A Poet and a Patriot

By Linda Tancs

In the 19th century, it certainly wasn’t an everyday occurrence for a Revolutionary War general to stay in a poet’s house. But for renowned poet Henry Wadsworth Longfellow it occurred when George Washington stayed at his house in Cambridge, Massachusetts, during the Siege of Boston beginning in 1775. As a result, the Longfellow House is a National Historic Site. He lived in the house for 45 years; visits are by guided tour only from May to October.

Monument to the Forefathers

By Linda Tancs

Today is Forefathers’ Day in Plymouth, Massachusetts. Celebrated each year on December 22, it commemorates the arrival of the Mayflower pilgrims ashore on December 21, 1620. Sounds like the perfect day to visit the National Monument to the Forefathers. Located on Allerton Street, it’s thought to be the largest solid granite monument in the country at 81 feet. The allegorical figures around its base depict the attributes of faith, morality, education, law and liberty.


To limit the spread of COVID-19, attractions may be closed or have partial closures. Please keep those affected by the virus in your thoughts and be sure to follow the safety practices advocated by the Centers for Disease Control. Stay safe, and be well.

The Paper House

By Linda Tancs

You may be familiar with the expression about building a house on sand. But what about building one out of paper? The Paper House in Rockport, Massachusetts, is just that—a house made from paper. Built out of newspaper by mechanical engineer Elis Stenman, the unusual abode also contains a paper-based piano as well as a desk and chair. The house is open for tours every day from spring through autumn.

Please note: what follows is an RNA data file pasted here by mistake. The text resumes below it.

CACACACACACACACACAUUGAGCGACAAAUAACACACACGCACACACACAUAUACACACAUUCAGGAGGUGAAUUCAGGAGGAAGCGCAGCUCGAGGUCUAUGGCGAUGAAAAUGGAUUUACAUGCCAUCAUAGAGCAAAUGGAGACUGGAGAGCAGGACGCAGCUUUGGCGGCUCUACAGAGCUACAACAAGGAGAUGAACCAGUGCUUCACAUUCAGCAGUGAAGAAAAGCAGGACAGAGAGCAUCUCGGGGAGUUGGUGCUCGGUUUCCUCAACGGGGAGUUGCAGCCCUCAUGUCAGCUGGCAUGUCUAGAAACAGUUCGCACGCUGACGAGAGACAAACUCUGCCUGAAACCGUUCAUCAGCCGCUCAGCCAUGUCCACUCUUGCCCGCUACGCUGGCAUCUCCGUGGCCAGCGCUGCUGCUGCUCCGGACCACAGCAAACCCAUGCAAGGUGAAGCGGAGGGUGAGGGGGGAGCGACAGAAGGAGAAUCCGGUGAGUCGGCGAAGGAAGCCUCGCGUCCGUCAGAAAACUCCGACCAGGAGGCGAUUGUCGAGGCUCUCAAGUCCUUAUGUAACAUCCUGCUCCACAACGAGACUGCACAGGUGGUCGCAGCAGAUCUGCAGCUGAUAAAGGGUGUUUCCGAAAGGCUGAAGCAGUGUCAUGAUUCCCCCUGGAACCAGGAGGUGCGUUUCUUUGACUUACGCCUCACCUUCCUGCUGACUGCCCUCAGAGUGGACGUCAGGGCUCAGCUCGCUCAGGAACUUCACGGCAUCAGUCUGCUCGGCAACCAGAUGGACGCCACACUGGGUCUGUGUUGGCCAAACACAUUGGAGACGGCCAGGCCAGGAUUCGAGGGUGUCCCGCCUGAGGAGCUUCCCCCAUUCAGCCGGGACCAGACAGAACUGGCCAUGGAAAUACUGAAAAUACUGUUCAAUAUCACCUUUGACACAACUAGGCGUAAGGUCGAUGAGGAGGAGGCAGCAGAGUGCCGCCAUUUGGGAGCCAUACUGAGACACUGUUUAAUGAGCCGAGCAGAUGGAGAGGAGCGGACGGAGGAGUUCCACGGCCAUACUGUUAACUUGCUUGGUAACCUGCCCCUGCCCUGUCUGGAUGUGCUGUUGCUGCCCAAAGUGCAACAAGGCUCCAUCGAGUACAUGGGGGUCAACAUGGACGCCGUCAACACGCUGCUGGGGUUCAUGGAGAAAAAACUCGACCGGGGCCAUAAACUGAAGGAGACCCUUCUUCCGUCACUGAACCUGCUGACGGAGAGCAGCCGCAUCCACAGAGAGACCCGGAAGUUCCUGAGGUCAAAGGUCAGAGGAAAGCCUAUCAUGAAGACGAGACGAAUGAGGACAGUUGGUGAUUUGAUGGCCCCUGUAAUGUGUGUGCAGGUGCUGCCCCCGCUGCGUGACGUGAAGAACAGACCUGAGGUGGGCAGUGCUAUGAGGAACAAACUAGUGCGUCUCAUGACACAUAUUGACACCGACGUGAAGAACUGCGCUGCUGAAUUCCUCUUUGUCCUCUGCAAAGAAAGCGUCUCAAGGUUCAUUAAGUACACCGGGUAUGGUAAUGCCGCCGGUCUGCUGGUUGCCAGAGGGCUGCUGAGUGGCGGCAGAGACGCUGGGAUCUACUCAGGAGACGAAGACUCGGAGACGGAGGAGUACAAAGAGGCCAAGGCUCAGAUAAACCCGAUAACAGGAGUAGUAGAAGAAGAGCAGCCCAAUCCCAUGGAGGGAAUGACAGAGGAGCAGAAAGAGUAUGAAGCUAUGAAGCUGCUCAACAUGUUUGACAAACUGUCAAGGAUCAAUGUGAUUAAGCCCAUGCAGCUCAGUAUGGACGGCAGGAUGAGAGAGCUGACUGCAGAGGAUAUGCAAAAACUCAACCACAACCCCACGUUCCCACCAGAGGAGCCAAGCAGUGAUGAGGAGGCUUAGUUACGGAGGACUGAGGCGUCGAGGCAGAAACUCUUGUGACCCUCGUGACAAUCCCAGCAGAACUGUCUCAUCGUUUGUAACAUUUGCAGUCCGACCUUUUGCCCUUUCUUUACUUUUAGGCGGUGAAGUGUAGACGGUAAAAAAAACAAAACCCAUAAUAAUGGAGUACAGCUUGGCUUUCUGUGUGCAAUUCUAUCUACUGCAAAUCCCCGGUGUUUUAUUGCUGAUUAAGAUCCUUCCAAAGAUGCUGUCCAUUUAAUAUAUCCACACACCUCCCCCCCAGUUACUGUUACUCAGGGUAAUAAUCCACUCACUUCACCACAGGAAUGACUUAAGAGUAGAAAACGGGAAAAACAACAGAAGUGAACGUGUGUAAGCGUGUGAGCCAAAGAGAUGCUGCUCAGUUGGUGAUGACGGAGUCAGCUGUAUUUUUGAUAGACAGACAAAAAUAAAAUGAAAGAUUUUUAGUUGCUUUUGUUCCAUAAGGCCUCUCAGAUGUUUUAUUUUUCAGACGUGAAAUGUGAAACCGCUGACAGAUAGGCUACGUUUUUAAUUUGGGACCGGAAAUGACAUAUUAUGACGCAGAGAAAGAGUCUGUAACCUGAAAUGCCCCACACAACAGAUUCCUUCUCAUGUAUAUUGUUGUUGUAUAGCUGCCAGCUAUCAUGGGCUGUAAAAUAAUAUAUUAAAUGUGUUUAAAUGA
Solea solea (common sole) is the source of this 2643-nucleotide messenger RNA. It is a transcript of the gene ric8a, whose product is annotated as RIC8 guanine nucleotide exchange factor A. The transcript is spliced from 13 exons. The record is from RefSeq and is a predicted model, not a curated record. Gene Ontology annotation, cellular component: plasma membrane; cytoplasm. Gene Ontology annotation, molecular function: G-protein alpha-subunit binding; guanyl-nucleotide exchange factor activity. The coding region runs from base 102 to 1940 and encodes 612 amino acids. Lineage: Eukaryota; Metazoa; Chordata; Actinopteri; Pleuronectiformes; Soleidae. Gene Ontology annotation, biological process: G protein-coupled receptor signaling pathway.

America’s Ship of State

By Linda Tancs

USS Constitution is America’s ship of state and the world’s oldest commissioned warship afloat. Open free of charge to visitors throughout the year, it’s located inside Boston National Historical Park as part of the Charlestown Navy Yard in Charlestown, Massachusetts, and forms part of Boston’s Freedom Trail. It earned the nickname “Old Ironsides” when it routed British forces in a War of 1812 battle in the North Atlantic Ocean. During this historic battle, cannonballs fired at USS Constitution appeared to bounce off, causing one of her crew to remark that her sides were made of iron. It is, in fact, composed of a three-layer wooden sandwich of live oak and white oak from all across America, and its copper fastenings were constructed by Paul Revere. Visitors to this historic ship launched in 1797 are able to speak with active duty U.S. Navy sailors who are stationed at the ship as interpretative historians to help bring the frigate’s storied past to life. To round out the experience, visit the nearby USS Constitution Museum.

A Big Drop in Massachusetts

By Linda Tancs

The highest single-drop waterfall in Massachusetts, Bash Bish Falls in Mount Washington is arguably the most photographed waterfall in the state. The final cascade splits into twin falls by a jutting rock, dropping in an 80-foot “V” pattern over boulders into a pool below. Enjoy the quick hike along the falls, starting at the Upper Falls parking lot for a steep climb down along the falls or alternatively from the lower trails. Go before the crush of summer crowds kicks in.